An advance directive is a legal document allowing you to leave instructions for your medical care in the event that your decision-making capacity becomes diminished. Since this can happen at any time in your life, for a number of reasons, it is a good idea to have one even as a young adult. However, if you made an advance directive some time ago, it may no longer reflect your wishes due to a change of circumstances or attitude.
An advanced directive is a revocable document, which means you can make changes to it whenever you choose. Moreover, it may be a good idea to review it from time to time and make any updates as needed.
When to change your advance directive
The Mayo Clinic suggests reviewing your advance directive routinely every 10 years or so. Over time, your values can change, and periodic reviews ensure that your living will still accurately reflects your wishes. It is also a good idea to review your advance directive following a major life change, such as a marriage or divorce. This is especially important if your directive includes a power of attorney granting someone else the responsibility to make health care decisions on your behalf. You might also want to revise your advance directive after diagnosis with a chronic or terminal disease.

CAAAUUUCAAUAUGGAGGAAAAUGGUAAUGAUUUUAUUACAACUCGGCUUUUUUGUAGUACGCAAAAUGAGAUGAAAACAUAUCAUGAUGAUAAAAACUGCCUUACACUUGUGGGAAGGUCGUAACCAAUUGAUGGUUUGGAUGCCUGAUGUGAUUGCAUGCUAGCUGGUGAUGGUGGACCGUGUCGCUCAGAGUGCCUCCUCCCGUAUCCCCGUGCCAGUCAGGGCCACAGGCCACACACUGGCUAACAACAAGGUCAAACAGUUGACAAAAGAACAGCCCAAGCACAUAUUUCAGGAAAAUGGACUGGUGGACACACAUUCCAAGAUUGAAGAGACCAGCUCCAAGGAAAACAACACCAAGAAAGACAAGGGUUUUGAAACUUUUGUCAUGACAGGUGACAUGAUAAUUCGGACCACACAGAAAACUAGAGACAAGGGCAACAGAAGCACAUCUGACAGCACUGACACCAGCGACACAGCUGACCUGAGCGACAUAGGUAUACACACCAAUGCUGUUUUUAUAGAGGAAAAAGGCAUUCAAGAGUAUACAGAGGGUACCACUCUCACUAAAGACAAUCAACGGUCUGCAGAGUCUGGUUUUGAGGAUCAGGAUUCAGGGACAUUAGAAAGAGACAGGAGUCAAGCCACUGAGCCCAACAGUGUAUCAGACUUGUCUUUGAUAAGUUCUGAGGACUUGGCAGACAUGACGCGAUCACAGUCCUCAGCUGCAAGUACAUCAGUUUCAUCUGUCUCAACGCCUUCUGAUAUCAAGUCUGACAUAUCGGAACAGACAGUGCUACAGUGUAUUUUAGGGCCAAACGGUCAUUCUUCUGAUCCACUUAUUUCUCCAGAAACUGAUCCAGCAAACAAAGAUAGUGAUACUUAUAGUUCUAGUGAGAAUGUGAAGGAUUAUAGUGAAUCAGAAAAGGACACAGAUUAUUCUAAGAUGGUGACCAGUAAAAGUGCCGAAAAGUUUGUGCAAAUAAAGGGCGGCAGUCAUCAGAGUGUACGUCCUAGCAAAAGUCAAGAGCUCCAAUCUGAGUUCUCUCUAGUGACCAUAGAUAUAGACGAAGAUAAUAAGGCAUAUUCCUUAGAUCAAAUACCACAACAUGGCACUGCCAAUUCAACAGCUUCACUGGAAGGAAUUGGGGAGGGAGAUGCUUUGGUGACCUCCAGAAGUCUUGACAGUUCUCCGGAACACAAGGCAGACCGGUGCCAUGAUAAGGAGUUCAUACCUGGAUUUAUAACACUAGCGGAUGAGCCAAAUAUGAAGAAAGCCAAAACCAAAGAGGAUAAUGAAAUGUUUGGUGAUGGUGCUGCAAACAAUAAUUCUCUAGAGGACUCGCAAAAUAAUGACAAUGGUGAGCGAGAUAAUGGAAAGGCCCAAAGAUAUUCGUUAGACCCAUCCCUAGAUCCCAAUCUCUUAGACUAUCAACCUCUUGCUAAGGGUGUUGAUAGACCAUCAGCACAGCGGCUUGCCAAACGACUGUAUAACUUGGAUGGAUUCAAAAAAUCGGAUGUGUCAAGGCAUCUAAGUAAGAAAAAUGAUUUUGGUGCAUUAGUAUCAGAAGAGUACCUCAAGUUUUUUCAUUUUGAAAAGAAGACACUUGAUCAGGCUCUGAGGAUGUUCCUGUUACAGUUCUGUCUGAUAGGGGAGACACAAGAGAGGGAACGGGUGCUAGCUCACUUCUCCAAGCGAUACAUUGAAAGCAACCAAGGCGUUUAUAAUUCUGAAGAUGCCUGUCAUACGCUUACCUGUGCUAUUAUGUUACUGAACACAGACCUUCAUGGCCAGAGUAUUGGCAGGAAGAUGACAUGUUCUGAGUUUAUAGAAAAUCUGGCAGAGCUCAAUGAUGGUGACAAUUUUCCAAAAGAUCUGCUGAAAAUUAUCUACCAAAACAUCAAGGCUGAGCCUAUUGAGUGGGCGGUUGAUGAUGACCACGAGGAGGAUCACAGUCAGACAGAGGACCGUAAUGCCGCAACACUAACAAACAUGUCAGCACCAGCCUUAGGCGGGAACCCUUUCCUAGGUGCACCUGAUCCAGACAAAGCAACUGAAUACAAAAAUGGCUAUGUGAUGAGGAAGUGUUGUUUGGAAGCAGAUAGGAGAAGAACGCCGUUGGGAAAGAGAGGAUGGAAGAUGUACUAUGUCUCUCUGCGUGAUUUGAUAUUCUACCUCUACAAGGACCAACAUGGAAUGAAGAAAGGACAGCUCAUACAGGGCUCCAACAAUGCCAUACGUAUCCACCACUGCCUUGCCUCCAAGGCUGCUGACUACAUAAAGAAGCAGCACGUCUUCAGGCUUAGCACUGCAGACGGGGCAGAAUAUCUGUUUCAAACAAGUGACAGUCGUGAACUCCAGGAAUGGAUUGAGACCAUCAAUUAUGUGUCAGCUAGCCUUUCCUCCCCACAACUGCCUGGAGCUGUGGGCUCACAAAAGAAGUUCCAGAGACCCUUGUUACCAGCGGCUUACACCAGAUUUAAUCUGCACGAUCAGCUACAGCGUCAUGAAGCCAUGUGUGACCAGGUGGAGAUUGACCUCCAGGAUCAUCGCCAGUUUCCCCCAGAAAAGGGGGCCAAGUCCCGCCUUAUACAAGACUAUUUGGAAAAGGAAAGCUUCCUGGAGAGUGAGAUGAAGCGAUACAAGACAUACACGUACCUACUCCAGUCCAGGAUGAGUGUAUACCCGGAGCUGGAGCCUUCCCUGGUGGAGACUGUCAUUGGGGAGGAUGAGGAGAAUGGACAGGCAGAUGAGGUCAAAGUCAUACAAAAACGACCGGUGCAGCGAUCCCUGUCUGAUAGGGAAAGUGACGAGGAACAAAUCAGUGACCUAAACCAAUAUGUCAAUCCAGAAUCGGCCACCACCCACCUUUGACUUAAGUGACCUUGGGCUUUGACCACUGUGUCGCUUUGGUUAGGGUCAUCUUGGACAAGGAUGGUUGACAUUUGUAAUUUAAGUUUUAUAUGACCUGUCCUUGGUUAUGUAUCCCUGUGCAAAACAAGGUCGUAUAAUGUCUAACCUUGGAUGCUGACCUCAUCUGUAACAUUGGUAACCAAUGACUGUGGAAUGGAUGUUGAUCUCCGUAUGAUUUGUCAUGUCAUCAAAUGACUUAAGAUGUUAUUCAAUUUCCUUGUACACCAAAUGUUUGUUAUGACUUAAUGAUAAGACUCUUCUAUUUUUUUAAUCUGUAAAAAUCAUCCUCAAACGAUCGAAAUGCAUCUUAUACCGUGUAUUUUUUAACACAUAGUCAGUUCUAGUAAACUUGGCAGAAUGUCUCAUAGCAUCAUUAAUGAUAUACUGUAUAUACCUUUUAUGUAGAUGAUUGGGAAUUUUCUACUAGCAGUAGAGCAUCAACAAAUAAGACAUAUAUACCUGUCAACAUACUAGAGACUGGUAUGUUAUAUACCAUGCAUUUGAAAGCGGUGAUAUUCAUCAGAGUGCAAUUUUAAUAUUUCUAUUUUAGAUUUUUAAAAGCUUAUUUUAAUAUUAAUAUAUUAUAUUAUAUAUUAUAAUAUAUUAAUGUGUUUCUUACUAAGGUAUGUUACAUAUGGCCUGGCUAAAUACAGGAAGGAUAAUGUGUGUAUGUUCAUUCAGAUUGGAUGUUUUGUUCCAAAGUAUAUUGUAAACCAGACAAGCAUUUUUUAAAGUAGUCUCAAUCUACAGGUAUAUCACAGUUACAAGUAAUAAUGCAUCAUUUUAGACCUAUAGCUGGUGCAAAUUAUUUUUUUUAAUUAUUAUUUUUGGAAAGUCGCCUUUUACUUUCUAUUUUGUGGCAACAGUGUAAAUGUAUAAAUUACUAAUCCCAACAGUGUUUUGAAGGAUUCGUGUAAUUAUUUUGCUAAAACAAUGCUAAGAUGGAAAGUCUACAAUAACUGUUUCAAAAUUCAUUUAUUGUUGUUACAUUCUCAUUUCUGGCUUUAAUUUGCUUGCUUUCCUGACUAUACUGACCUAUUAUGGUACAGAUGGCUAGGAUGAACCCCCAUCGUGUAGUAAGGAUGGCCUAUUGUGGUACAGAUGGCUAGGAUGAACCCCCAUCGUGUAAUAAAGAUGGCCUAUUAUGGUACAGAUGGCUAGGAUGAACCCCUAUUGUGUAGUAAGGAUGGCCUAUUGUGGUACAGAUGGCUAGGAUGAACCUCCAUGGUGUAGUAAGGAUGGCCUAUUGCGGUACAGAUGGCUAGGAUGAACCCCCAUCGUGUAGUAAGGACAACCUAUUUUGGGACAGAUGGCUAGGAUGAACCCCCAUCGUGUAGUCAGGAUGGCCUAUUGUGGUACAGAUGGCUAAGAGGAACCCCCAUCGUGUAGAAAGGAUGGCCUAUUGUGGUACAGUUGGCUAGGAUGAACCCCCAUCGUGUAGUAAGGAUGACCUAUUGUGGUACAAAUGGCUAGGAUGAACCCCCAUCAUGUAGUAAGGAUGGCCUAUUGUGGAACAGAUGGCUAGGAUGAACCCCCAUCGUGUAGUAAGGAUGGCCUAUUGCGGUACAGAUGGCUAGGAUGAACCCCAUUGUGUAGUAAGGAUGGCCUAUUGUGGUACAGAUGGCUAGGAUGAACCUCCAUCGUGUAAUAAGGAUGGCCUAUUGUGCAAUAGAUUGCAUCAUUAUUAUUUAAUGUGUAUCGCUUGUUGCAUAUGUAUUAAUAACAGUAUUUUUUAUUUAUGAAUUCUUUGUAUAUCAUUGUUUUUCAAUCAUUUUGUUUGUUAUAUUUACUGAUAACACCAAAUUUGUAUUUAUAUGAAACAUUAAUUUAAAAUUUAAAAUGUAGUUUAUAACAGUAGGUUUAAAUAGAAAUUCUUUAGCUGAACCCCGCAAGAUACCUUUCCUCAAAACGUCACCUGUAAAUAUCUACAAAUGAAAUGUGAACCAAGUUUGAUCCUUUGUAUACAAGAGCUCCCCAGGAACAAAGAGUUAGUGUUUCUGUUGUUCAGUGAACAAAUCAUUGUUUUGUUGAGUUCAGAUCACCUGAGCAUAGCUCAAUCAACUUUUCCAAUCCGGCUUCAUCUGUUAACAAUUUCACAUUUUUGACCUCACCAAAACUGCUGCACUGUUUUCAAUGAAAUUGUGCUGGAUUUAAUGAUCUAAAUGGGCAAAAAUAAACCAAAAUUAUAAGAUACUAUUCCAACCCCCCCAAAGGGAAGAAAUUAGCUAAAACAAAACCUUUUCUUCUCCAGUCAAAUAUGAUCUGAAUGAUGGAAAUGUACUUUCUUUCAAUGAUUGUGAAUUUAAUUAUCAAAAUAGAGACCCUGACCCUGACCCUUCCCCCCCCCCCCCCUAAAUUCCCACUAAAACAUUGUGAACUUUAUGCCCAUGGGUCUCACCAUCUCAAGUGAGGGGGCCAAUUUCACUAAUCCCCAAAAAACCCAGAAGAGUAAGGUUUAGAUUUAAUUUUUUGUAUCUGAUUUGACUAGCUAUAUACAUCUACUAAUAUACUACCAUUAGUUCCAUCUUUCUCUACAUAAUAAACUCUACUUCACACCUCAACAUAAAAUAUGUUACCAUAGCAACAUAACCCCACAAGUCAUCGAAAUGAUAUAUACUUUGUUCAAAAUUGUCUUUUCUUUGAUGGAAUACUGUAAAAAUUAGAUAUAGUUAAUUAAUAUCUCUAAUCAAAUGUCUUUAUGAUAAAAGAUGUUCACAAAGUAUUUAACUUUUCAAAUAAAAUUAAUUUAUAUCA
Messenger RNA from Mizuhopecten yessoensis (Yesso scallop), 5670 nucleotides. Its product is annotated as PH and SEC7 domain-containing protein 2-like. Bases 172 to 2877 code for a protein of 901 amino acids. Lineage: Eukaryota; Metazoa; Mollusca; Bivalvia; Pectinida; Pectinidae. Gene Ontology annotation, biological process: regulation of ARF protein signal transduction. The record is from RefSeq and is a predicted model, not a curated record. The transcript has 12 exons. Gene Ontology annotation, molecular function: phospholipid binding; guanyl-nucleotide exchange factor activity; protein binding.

How to change your advance directive
When you write the initial directive, you should give copies to your physician, members of your family and your health care proxy, if you have one. You should keep the originals in a place that is easily accessible yet secure and maintain records of everyone who has a copy. This becomes important if you decide to make changes to your advance directive because you will have to provide a new copy to everyone who received the initial version. Discuss your wishes periodically with your family as well.